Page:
Birds are ‘flighty’ little creatures. No matter how quietly you approach them, they always seem to hear you and fly off before you’ve had a chance to observe them. But there’s something relaxing about birds – their ability to fly wherever and whenever they like is something I’m pretty sure we’d all love to have – and most of us, at one time or another, have stood and watched quietly as our little feathered friends hop merrily about the garden.
But wouldn’t it be nice to observe them more closely? Come on, who hasn’t felt a little festive magic when a robin has appeared on the garden fence, that flash of red heralding the beginning of Christmas? Or delighted in the promise of warm summer days at the first signs of a swallow soaring through the sky. What is that saying? One swallow does not a summer make? Maybe not, but it brings the hope of one in the near future.
Building a bird box will bring them to your garden, and if you’re lucky you will be blessed with the patter of tiny feet (yes, they are called feet! Claws are the sharp bits – the nails if you like). Blackbirds and robins lay eggs several times a year, and if you make sure your bird box is a ‘des res’ the same birds will return again and again to bring their young into the world. Building a nest takes a lot of time and hard work, so if they have a place to come back to again, they will. Build it and they will come!
Still, having a bird box alone doesn’t ensure lots of avian action – you might get glimpses of their tail feathers as they go in, or their beaks as they emerge, but that’s about it. Wouldn’t it be fun, not to mention educational, (especially if you have little ones), to see what goes on inside the box?
Setting up a bird box camera is easier and less expensive than you think, and will be time and money well spent for your very own ringside seat to the world of birds. They’re busy little creatures you know – exploring their new home, investigating it, ‘talking’ to each other – all of these things go on in the private life of the bird. Plus, you have the main event to look forward to, watching as they bring materials into the box to build a nest, lay the eggs, and then the joy of watching the eggs hatch and the tiny new birds emerging into the world.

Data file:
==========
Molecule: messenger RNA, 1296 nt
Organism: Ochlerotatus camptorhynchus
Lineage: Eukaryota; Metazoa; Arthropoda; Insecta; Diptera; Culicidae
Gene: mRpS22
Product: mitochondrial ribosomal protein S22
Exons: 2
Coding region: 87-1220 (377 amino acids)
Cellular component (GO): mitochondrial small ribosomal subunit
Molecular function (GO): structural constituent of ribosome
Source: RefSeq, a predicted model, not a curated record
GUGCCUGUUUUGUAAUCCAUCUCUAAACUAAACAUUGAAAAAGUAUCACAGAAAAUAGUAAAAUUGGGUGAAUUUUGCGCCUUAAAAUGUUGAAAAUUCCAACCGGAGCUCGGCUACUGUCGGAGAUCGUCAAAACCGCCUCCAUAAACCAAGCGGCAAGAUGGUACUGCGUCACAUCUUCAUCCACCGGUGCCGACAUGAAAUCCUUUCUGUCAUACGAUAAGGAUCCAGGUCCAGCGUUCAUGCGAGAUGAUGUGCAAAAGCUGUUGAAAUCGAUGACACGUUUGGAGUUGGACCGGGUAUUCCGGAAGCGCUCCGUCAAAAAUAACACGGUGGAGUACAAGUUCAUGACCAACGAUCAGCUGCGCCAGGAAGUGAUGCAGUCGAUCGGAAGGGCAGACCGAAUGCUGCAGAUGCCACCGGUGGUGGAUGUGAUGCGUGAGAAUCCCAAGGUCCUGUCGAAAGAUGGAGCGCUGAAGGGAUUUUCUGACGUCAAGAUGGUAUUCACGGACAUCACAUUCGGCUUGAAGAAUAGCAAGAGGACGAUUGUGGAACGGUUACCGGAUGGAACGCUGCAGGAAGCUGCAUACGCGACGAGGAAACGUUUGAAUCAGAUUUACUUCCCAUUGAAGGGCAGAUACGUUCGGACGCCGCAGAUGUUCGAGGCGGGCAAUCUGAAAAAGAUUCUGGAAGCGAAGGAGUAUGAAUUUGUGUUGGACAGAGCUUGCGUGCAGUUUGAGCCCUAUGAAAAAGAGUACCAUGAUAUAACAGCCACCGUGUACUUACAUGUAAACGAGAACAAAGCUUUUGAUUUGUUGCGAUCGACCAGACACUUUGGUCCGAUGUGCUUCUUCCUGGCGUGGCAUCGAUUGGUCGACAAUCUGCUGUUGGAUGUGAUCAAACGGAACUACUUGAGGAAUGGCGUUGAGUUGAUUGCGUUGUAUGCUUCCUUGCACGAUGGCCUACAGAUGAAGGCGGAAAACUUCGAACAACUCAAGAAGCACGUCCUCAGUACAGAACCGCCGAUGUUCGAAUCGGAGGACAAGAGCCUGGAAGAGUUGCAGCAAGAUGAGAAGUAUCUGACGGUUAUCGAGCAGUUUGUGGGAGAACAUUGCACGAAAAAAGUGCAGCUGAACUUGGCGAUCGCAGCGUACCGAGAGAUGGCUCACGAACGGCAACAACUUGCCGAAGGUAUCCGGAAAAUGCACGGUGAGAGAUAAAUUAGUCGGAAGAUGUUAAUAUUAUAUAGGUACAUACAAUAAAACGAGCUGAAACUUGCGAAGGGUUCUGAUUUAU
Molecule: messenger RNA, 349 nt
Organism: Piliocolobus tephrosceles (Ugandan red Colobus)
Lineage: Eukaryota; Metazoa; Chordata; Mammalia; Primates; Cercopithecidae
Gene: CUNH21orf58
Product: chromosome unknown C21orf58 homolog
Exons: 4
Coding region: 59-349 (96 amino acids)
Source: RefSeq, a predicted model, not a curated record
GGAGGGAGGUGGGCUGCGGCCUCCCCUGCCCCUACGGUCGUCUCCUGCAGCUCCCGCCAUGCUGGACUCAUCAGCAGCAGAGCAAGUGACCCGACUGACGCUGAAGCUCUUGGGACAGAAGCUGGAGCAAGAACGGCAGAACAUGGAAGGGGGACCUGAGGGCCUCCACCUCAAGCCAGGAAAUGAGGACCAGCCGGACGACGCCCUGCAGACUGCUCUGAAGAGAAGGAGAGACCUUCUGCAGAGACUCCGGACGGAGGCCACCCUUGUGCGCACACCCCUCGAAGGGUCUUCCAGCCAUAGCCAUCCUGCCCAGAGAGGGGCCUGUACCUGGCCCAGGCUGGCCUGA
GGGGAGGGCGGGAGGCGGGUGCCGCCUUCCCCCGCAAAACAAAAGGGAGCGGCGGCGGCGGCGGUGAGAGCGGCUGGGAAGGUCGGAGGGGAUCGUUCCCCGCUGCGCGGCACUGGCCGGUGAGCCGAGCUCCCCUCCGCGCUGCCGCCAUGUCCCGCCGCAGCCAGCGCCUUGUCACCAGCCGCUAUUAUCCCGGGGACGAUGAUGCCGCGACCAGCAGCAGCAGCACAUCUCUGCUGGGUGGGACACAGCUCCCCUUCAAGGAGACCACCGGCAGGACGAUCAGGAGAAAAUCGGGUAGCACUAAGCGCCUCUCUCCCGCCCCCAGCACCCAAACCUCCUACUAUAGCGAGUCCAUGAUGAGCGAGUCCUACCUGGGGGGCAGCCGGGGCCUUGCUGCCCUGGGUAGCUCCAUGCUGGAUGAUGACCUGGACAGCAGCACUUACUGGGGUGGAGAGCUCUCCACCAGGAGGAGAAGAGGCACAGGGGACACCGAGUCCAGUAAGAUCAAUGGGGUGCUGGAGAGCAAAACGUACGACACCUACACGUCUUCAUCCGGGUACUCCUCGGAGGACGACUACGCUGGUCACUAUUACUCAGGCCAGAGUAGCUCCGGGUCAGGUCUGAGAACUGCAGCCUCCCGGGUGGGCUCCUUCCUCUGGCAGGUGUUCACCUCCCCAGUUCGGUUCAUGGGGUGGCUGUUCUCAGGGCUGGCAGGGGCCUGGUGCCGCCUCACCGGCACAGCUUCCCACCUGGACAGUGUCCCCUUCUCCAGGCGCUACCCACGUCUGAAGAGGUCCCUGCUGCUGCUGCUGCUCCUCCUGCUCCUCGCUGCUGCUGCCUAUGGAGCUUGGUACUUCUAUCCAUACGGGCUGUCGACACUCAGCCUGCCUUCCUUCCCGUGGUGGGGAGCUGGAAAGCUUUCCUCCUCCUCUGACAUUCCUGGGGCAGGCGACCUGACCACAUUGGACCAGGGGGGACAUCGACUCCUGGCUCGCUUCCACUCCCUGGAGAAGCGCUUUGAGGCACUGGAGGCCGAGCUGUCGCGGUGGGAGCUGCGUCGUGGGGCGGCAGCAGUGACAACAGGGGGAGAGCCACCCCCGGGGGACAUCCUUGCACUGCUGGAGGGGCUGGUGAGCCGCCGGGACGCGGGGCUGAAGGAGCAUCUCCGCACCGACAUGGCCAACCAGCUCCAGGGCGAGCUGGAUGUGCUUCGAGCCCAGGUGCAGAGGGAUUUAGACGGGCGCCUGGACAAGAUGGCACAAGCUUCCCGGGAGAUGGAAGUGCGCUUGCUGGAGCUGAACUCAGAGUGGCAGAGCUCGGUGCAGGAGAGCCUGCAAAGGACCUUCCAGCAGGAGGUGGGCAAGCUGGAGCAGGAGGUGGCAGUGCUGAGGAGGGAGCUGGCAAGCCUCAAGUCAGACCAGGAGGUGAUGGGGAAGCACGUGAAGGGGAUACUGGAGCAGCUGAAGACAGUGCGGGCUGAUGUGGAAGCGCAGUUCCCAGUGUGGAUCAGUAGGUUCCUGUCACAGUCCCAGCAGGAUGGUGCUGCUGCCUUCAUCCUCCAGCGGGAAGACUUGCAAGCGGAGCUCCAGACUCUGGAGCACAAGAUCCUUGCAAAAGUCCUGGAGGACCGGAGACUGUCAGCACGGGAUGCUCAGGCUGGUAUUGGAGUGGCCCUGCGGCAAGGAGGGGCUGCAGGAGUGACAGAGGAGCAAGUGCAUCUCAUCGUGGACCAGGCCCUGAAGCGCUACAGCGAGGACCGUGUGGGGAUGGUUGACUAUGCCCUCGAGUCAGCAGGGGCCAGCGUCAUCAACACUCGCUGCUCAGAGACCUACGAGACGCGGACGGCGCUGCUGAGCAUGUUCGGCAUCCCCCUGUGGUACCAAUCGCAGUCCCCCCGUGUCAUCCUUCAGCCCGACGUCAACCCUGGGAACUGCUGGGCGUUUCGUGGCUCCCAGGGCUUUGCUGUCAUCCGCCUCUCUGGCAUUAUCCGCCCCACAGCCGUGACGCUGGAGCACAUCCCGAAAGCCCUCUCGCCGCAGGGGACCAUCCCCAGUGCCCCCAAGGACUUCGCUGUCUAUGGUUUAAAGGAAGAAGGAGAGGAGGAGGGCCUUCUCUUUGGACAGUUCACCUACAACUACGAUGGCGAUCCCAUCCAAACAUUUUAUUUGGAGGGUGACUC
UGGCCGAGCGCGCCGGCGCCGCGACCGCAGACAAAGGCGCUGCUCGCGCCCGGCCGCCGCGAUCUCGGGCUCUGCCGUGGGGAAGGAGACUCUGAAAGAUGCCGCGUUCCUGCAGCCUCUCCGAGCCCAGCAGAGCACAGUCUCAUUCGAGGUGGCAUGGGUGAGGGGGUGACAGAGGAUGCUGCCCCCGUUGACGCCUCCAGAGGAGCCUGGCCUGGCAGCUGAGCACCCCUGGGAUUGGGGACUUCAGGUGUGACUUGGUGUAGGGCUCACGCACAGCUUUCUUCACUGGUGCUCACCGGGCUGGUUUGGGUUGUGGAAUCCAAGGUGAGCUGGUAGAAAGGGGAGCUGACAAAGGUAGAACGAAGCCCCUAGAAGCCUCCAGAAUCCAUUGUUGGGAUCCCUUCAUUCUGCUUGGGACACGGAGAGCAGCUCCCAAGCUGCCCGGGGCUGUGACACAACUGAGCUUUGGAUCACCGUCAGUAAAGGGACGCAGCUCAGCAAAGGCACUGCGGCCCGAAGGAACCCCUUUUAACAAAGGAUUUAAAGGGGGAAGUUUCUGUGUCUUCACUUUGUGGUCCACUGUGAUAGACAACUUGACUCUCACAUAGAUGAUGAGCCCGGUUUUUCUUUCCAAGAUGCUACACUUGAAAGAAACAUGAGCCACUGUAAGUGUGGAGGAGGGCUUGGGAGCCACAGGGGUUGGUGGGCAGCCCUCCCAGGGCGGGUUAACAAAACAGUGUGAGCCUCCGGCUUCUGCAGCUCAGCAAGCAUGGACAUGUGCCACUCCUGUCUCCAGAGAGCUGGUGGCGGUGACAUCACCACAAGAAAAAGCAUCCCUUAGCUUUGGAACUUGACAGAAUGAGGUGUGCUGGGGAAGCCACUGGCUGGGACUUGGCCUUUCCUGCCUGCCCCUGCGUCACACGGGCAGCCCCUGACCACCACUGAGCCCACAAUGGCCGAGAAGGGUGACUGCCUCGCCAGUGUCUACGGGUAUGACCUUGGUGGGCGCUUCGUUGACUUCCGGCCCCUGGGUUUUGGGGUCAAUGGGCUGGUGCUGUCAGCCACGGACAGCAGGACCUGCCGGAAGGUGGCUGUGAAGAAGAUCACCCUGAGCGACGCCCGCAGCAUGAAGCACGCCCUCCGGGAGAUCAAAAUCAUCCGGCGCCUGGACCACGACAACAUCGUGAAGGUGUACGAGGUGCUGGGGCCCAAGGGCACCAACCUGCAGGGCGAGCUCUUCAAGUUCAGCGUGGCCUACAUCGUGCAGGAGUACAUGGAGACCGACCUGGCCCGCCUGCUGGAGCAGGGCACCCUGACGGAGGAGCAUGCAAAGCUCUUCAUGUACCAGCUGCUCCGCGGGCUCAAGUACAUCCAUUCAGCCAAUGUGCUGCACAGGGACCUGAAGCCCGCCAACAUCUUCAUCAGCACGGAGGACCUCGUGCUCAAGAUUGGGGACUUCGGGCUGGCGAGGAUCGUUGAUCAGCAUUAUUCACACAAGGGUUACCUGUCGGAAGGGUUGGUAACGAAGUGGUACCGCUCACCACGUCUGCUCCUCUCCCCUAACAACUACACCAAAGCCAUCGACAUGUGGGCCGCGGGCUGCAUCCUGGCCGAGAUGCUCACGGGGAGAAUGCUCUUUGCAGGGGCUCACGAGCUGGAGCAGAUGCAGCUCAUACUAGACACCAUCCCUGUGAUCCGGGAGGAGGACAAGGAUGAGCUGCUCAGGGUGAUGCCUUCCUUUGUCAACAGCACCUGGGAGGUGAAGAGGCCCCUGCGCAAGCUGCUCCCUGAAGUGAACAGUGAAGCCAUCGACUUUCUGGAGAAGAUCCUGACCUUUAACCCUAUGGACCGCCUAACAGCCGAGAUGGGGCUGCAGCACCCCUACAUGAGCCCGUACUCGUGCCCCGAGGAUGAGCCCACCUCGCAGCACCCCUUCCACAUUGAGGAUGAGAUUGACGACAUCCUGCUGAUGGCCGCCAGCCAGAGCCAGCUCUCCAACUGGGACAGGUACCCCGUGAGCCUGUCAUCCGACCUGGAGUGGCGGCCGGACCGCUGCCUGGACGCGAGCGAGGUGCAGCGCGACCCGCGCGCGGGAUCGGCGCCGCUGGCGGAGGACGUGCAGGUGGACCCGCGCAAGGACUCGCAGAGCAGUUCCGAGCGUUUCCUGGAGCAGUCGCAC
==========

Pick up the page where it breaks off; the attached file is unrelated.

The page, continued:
So, how do you know which camera to buy? Well, there are a few things to consider. For instance, do you want a wired camera or wireless?
A wired camera requires two cables – one for power and one for the TV signal. They tend to give excellent picture quality, but you need to consider whether the cables will get in the way of children, pets, or gardening. This kit, for instance, includes everything you will need to set up and watch the birds coming and going. With both day and night vision, this wide-angled bird box camera also comes with a USB Video Capture Device, which allows you to record to your Windows PC, so you never miss a thing.
A wireless camera, on the other hand, still needs one cable for power, but this can be run from an outbuilding or shed, for instance. The signal could be affected by other wireless equipment nearby, though, and if you have trees in or around your garden, these can also block the signal. With six night vision LED lights, this wireless model also allows 24-hour birdwatching, and the lights are bright enough to be able to see what’s going on inside the box, without being so bright that they disturb the birds. You also have the option of adding more cameras later on if you decide to install more bird boxes. Be warned – it’s addictive!
The cameras themselves are tiny – they are fitted with a bracket inside the bird box and are small enough that they don’t bother the birds at all (think of the size of a matchbox and you won’t be far off). The wireless cameras can reach up to 50m between receiver and camera, although that distance can be compromised if there is any interference. If you have a large garden, you might be better off thinking about a wired camera, as they offer a much longer distance while still maintaining excellent picture quality.
The added bonus of the wireless cameras is that, by having the option of adding more on to the system, you don’t have to be confined to just birds. If you are lucky enough to have hedgehogs, foxes, or even badgers taking refuge in your garden then you can set up a camera to watch for those, too! (How else do you think John Lewis caught them all jumping on the trampoline at Christmas?).
If you do have children or grandchildren, you will start to instil in them a love of nature as they watch it unfolding before their eyes, not to mention providing a warm, comfortable and, most importantly, safe home for the birds to nest in.
There is a saying about raising children that states that in order to do right by them, you need only give them two things – roots, and wings. The same could be said for birds – with a bird box you are providing a home, and also providing them with the space to spread their wings and learn to fly.
Add a bird box camera, and you will have a window into that world you helped to create.
With thanks to Linda Firth who runs the Lifestyle blog at LoveMyVouchers.co.uk, where you will find her money saving advice and tips for the home and garden.
Discover more bird box cameras from Green Feathers.